Sunday Levi and I took breakfast on our own, with Mah (our cook) in the kitchen. Sunday afternoon, Papa took us down to Golden Gate Park, where he produced a quite marvellous Chinese kite, which rode the stiff breeze like some magical creature.

Monday seemed almost ordinary, by comparison with the last two weeks.

The war news seems to be either triumphant or disastrous, depending on which headline one reads. Last night, I made the mistake of asking Papa how long it might be before we had a chance to travel through the new canal in Panama, since the Germans seemed to be determined to lock us behind a fence of warships. My innocent question led to an hour spent with the new War Map (19¢ from the San Francisco Chronicle: is this not war profiteering?) spread out over the table in his library. This question, it seems, is why Japan’s entry into the War yesterday was such a blessing, particularly for those of us on the Pacific Coast. The Japanese navy is keeping the German Pacific fleet bottled up in their port on the southern peninsula of China, leaving only two ships—the Nurnberg and the Leipzig—to threaten coastal cities and make raids on Allied shipping.

That is something of a relief, although even the presence of two ships will prevent the Russell family from sailing for the Panama Canal any time soon.

However, the week’s news has also provided me with a weapon against the parents. The next time a lecture looms on the horizon, I shall be ready with a very different article with which to distract an uncomfortable parent:

YOUNG LOCHINVAR KIDNAPS GIRL IN AUTOMOBILE

Youth Steals the Object of His Affections, but Is Captured in San Jose.

There follows the tale of a 17 year old nurse-girl kidnapped at point of revolver (from Baker Street, not all that far from here) and driven to San Jose, where the man planned to force a county clerk to issue a marriage license, and a minister to perform a marriage. “Throughout the seizure of Miss Broadhurst was of the most exciting nature. Screams and shots aroused the entire neighborhood…”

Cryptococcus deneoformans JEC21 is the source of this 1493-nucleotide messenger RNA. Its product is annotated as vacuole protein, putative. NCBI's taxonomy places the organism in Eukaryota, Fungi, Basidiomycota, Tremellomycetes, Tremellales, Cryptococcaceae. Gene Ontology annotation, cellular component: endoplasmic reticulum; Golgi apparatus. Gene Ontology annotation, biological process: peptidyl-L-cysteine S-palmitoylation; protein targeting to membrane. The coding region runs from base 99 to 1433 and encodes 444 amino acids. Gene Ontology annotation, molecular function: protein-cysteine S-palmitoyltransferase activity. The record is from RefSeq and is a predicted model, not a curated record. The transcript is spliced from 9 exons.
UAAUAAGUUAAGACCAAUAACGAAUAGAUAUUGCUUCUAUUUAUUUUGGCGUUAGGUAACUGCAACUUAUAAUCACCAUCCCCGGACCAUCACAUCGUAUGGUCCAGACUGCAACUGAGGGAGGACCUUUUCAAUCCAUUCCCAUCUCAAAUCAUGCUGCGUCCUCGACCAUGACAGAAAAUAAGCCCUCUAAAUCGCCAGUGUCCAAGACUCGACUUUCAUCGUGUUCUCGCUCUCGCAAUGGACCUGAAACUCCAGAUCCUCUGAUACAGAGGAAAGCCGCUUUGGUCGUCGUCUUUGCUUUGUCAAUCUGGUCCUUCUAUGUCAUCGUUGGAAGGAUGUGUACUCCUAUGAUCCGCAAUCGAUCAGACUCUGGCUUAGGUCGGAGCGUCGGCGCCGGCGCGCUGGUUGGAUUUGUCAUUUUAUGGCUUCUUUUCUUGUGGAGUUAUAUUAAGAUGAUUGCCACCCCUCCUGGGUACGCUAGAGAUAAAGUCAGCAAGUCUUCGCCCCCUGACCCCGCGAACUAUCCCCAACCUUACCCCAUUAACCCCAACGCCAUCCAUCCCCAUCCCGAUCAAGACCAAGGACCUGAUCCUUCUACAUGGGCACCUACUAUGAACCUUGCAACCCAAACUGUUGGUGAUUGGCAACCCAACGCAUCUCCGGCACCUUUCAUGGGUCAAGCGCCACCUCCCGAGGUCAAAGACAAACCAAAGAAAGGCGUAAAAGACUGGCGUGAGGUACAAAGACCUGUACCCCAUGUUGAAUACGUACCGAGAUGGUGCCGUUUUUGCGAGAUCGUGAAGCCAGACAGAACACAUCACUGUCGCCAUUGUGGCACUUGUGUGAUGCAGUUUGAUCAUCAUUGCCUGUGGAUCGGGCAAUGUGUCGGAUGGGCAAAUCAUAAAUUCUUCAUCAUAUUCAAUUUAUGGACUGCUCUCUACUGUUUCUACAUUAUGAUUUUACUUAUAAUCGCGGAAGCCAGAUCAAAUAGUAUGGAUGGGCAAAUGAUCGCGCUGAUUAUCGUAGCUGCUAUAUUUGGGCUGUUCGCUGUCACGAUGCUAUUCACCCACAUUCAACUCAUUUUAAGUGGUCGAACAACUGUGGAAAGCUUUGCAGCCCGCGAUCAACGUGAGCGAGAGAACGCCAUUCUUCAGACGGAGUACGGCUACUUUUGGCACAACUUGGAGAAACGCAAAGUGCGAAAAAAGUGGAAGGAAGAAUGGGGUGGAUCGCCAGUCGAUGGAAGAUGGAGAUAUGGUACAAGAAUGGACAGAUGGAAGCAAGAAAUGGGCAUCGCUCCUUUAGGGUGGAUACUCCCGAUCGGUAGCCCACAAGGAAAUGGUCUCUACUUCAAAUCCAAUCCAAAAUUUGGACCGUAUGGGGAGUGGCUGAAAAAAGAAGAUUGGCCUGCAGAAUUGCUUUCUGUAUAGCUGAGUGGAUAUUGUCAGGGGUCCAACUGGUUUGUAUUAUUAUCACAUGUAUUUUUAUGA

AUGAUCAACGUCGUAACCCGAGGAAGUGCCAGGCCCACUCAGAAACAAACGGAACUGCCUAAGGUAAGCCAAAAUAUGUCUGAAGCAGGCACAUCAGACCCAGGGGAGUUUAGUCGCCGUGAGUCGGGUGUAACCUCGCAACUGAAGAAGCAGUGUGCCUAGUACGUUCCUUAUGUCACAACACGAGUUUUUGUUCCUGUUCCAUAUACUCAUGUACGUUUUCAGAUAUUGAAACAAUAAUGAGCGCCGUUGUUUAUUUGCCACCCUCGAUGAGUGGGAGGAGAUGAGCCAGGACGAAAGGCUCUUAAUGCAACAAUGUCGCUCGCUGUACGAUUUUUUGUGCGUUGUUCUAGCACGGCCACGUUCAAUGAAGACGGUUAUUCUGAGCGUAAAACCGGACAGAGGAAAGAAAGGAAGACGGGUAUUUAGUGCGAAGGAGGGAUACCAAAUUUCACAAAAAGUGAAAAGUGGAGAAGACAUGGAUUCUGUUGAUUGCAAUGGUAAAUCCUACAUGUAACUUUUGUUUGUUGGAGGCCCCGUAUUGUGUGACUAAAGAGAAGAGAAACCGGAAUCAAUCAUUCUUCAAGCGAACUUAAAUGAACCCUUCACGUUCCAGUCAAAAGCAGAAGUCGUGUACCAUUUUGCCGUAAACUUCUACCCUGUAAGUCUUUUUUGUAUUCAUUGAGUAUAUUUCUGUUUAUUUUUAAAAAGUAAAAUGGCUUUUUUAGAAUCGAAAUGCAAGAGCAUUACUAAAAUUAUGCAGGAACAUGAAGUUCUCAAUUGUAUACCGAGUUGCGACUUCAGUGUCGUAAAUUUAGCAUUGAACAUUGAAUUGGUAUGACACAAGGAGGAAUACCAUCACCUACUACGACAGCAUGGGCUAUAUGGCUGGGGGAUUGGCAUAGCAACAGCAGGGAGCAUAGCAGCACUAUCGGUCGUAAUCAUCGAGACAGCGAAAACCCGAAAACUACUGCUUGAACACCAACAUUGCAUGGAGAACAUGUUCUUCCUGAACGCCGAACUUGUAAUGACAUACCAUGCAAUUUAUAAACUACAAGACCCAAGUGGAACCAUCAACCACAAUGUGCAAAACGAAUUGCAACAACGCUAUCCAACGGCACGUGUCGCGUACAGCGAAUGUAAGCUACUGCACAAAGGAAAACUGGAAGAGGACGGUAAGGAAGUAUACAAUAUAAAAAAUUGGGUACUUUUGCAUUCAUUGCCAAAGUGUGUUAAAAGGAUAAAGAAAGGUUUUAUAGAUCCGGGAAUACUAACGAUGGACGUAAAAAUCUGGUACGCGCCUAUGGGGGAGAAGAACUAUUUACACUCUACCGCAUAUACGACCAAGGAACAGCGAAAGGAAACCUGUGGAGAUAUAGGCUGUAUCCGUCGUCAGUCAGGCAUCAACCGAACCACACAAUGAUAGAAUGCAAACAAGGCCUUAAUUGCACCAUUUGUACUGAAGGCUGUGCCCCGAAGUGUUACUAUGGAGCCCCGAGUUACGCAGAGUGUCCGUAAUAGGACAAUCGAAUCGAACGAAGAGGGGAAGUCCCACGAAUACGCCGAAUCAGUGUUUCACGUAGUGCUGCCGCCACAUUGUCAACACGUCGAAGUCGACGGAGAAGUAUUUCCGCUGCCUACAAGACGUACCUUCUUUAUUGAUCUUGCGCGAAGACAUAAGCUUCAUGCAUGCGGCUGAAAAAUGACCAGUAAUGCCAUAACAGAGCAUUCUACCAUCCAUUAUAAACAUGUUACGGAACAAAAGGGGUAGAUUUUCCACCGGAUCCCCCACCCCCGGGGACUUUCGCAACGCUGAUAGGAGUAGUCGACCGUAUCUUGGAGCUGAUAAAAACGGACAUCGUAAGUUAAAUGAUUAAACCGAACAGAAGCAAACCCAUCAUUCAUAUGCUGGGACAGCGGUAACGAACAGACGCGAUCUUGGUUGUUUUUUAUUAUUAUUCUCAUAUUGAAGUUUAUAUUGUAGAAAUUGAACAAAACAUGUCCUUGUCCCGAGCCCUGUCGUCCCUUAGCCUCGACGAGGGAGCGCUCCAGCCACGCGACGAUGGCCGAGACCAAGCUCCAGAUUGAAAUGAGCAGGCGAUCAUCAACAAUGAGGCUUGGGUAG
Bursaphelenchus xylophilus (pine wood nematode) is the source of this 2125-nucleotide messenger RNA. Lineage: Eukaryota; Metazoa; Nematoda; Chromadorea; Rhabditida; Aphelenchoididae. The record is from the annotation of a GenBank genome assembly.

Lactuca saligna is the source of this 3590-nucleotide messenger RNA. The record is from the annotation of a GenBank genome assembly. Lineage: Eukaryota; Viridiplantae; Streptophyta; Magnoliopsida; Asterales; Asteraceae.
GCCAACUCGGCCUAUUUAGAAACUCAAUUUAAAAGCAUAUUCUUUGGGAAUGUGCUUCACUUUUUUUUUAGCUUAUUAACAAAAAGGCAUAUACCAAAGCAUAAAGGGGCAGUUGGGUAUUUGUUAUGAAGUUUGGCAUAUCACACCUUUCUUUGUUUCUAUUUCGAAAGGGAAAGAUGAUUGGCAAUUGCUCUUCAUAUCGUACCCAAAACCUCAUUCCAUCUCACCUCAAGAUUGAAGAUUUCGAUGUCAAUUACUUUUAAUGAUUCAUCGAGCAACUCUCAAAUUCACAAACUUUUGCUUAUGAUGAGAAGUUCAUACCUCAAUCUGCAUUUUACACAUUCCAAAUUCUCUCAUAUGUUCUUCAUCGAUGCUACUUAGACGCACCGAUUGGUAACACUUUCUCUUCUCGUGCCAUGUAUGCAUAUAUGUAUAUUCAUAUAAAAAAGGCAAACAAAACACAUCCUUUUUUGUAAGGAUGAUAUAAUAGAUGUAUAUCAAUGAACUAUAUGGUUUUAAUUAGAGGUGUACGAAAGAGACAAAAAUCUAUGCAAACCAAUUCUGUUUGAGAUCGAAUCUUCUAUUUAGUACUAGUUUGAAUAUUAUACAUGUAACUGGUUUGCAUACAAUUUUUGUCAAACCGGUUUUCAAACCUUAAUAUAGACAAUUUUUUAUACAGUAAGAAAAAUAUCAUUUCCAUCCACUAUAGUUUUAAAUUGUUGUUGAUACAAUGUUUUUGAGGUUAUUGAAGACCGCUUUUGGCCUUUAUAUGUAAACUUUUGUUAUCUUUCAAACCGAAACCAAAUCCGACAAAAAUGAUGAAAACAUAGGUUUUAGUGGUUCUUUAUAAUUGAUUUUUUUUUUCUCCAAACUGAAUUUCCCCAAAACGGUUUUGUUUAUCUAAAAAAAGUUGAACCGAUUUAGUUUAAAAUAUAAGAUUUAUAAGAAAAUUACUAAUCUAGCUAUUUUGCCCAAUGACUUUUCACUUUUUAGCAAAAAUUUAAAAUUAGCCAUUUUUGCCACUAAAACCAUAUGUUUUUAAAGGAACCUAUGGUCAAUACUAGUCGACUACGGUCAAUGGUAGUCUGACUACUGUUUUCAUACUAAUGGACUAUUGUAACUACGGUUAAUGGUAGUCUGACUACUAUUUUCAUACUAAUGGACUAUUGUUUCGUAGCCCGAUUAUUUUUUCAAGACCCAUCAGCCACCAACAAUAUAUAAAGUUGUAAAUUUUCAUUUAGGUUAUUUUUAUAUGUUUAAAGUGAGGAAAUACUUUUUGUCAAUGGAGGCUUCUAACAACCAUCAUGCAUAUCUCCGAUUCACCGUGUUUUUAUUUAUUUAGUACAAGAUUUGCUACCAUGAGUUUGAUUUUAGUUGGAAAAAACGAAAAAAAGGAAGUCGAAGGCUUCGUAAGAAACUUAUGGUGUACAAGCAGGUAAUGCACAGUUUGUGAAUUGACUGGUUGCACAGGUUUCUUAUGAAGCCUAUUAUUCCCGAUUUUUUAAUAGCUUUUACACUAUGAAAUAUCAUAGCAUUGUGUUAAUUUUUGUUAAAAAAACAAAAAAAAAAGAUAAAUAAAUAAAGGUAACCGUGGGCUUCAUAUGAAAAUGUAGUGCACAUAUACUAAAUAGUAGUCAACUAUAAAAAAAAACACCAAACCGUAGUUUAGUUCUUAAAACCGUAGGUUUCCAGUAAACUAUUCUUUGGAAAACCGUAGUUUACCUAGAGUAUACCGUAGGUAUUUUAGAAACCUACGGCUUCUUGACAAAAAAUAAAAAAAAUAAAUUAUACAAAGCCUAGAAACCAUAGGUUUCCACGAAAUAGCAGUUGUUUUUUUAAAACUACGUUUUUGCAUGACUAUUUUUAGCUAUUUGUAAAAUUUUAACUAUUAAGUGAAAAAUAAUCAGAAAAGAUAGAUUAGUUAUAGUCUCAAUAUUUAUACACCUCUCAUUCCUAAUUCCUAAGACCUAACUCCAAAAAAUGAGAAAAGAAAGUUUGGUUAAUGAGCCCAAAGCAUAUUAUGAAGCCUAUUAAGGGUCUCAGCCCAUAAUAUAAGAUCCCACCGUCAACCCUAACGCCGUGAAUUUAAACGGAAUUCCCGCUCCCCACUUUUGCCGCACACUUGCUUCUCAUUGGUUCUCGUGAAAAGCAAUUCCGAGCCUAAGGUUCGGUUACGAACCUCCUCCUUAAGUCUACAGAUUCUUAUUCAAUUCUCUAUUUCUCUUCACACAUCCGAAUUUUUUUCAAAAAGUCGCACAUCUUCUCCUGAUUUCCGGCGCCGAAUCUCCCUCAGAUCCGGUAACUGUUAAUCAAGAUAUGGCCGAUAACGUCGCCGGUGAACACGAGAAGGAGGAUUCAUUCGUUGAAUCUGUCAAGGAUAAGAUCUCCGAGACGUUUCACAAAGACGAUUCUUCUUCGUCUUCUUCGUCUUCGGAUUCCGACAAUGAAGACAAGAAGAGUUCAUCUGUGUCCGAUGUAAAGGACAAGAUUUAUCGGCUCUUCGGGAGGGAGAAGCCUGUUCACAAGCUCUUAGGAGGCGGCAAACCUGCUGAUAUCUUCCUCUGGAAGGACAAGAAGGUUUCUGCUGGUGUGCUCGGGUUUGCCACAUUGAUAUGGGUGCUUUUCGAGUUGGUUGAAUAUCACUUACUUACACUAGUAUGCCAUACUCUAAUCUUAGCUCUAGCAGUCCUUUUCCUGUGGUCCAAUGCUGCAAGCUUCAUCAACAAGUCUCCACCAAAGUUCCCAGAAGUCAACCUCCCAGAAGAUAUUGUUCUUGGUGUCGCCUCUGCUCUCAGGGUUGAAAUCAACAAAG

This young man does not sound like a Walter Scott hero to me—“Faithful in love and dauntless in war.” However, he does seem potentially useful, as a means of loosing me rapidly from the parental presence—certainly when it comes to Papa, who turns quite endearingly pink when certain topics come before us.

Comments

  1. Love it all. My favorite characters in my favorite books since the first. Thank you for a glimpse into Mary’s early life. It makes me sad to know she will lose her family, but I love the glimpse anyway.

  2. Merrily Taylor says:

    Wonderful story and I’m continuing to learn things about WWI that were unknown to me. I’ve lived all my life in the east and had no idea that there was all this activity in the Pacific during that period. And love the glimpses of Mary’s family life during a period that was gradually unveiled in LOCK!
    I am wondering why she thinks does the kidnapping of the young girl is going to mean more freedom for her – does she think her Papa is going to let her have a gun?

  3. Laurie King says:

    Merrily, I think she’s merely glad to have a potential red cape with which to distract the parental units, if necessary.

    • Merrily Taylor says:

      Laurie, ah, I see! My parents would have read about another teenage girl in the neighborhood being kidnapped and locked me up until I went to college. But then, I was an only child….(-:

      • I had similar thoughts to Merrily. Those were the kinds of articles I would have tried to hide from my dad, lest he lock me up to keep me safe.